"Mum, we don't…" her words trailed off as she noticed that this other lady was not listening, but rather muttering under her breath.
"Please," the woman approached the counter, eyes casting in all directions nervously, "I need…" She licked her lips and bit down on her lower lip. "I need to hide a moment."
"We don't condone no criminals here, mum." Mrs. Lovett responded; her grip on her rolling pin tightened considerably.
"I'm not a criminal." The woman straightened up slightly. "I'm Lucy. Lucy Barker… I lived here many years ago. I just… I just didn't know where else to go."
"You're his wife." Mrs. Lovett stared hard at the woman in front of her. Frankly, she didn't know what Mr. Barker would have seen in this woman. The years had not been kind to the lady in the picture. Her hair had become frayed and had grayed in several patches. Her clothing was torn and dirty. Her face was wrinkled and aged.
"Get out." Mrs. Lovett could not say what inspired her to be so cruel to such a beaten creature, but she couldn't let her rival stay in this building. What if, she tremored, what if he came back and found his lovely wife alive? Where would that leave her? This Lucy was not going to stain the image of her perfect future.
Lucy's mouth gaped slightly, "I…"
Mrs. Lovett went back to her pies as her conscience scolded her actions. She could vaguely hear her door shut again and she tried to push the event from her mind. It worked for a few days, until word drifted in that Lucy Barker had poisoned herself. Not dead, mind you, her customer warned as he selected a meat pie, just bloody crazy. For a brief moment, Mrs. Lovett felt guilt flood through her, but she didn't let it hurt her for long. It was not her fault. It was Lucy's. Lucy chose to do that to herself.
And besides, life for Mrs. Lovett was wonderful in comparison.
But the days did not stay so wonderful. She found her husband dead beside her one morning, not that she minded. With him out of the picture, she could one day be happy with Benjamin. Along with this death, though, came a rise in the price in meat. Suddenly her meat pies were sub par and not worth the time of day.
Her shop gathered dust and the insects invaded day by day. Soon enough she was trying to thrust her excess pies upon the beggars, and even they wouldn't eat them. Occasionally she would spot Lucy Barker staring at her from across the street, mumbling obscenities and crock. She would shoo the crazy woman away and forget that the unwelcome intrusion disturbed her day.
And twelve years after buying the property on Fleet Street, she met him.
He strode in off the street with his massive bag on his back and she knew it was him as soon as he sat on her bench. Her heart raced as she touched his shoulders, forcing him to stay and eat a pie. It was a meager offering, but she could hardly think straight. All the waiting had finally paid off.
Of course he had to ask about Lucy, but she'd had many years to think this through. A way of distorting the truth without lying.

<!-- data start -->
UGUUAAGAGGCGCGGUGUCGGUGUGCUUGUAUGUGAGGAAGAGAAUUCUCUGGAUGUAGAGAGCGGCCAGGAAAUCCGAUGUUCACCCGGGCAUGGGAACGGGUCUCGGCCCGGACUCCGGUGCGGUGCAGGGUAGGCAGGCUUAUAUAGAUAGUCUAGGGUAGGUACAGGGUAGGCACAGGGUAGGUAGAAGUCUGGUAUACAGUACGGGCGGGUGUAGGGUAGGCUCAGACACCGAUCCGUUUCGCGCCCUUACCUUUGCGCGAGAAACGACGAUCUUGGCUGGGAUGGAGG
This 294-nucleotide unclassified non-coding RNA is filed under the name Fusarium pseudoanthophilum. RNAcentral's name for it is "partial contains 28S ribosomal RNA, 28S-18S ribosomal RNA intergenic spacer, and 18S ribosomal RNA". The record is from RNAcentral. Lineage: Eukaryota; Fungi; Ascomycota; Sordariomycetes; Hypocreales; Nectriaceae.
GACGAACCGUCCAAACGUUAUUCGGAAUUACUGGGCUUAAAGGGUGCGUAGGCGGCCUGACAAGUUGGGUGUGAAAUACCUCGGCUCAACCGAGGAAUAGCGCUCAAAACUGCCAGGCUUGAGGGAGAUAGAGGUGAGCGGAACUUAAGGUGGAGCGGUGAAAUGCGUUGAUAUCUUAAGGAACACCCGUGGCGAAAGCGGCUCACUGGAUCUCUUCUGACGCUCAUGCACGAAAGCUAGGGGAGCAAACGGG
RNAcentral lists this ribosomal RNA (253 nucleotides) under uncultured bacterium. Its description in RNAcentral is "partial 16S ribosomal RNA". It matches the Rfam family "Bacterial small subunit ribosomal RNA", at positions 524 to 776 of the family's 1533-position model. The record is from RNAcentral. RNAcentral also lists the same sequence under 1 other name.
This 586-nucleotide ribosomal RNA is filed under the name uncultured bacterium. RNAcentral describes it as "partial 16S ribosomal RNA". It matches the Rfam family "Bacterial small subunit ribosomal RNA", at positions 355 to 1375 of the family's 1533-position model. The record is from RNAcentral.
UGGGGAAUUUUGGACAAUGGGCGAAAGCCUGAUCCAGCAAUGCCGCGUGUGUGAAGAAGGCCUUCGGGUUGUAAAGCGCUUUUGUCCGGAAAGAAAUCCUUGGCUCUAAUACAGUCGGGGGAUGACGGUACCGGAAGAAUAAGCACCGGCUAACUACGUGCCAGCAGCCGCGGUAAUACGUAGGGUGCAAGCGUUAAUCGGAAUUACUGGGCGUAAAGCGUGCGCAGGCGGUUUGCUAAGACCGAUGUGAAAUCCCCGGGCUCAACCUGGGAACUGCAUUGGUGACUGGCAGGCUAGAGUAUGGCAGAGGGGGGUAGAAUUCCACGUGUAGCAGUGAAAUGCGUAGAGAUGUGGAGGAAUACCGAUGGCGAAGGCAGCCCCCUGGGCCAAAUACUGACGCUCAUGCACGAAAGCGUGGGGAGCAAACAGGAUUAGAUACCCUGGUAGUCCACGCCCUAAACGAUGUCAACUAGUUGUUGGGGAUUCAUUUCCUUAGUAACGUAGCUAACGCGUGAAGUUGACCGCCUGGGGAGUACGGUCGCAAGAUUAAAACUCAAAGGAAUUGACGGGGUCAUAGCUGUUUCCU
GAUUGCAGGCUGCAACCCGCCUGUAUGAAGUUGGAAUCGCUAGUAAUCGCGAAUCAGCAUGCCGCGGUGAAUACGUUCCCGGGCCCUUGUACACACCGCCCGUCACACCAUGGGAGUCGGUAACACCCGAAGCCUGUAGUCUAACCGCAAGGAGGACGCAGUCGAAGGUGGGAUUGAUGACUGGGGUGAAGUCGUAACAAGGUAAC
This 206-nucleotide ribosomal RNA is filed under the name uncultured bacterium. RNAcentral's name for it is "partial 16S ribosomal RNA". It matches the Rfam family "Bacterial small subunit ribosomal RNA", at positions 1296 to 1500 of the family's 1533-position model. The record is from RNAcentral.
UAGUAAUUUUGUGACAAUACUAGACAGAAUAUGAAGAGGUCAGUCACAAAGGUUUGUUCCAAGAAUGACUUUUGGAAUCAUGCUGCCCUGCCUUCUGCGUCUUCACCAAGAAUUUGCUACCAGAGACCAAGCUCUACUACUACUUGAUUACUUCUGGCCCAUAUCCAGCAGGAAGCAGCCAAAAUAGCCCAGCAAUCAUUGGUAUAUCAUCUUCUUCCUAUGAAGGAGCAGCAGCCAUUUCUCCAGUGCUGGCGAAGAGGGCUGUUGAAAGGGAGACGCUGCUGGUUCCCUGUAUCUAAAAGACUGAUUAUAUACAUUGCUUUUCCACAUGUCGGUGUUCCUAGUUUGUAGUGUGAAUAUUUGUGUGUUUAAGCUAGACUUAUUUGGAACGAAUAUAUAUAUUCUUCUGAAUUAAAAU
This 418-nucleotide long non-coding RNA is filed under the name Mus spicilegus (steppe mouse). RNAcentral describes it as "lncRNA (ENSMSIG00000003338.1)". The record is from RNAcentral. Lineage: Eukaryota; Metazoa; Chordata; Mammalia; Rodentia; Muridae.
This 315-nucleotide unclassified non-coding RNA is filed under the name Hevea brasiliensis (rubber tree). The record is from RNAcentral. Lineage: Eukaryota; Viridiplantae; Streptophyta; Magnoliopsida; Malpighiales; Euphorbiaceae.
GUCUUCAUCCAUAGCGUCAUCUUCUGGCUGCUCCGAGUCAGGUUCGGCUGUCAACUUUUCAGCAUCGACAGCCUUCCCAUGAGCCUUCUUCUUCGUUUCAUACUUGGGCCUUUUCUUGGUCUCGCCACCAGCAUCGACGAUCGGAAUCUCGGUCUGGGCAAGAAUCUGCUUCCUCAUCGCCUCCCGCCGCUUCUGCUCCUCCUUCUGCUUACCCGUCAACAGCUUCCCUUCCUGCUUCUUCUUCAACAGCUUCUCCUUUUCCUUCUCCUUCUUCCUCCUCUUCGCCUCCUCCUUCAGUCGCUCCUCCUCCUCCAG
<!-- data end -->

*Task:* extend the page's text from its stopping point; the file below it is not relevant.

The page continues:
"She poisoned herself. Arsenic from the apothecary 'round the corner. I tried to stop her but…"
And he'd accepted that answer, albeit with dead eyes and a cold demeanor. All in good time, she promised herself. He'd come around. Her lips turned up at the corners as she realized that her gift was still stashed up away upstairs. That would certainly bring him to her. And so she'd given him back his beloved razors. Yet…
Instead of being grateful, he'd thrown her out like trash. But still she comforted herself. He was still in shock. After he'd gotten that nasty revenge out of his system, he would love her, of that she was sure. All those years of waiting and dreaming just couldn't be wrong.
She knocked cautiously on his door one evening several months after his return. Her shop was back on its feet and his revenge was nearly complete. While the Judge was still out of grasp, he was still on his way. While he scared her sometimes – he was quite like a caged tiger at times – she knew he was still the man she had fallen in love with, the man in that portrait.
"Go away…" His voice was low and hollow, and she ignored his command.
"Come now, love." She pushed the door open and stepped inside. She grimaced at the sight in front of her.
His back was to her, but she could see the bloodstains up his sleeves. The trapdoor was open beside him. There was a faint splash of blood at the base of the chair. She shut the door behind herself as she crossed into the room.
"Mr. T., what am I going to do with you?"
She was fully prepared for his lack of an answer.
"Well, you should come have something to eat. Yore just skin an' bones."
"Whatever you say." He shook his hands slowly. Meticulously, he wiped his favored blade on a white cloth. He tossed the cloth down the trapdoor before letting the foot-lever up. The door clacked shut and the seat righted itself.
She was hurt by his lack of interest but didn't mention it. "So you'll eat?"
"Mm." He went to his dresser and stared at an ancient picture of his wife and daughter.
"Mr. Todd…" She sighed. The look in eye was so soft when he looked at that picture and she knew what he must be thinking. He wanted so desperately to have them again. No matter how he got there, he needed his family back. He couldn't remember them, but he remembered how warm he felt with them.
She reached out but hesitated a scant centimeter from his shoulder. Changing her mind, she brought the hand to her chest and tilted her head to the ground.
"It's difficult, innit, Mr. Todd. Bein' in love with an idea…"
And of course he didn't respond.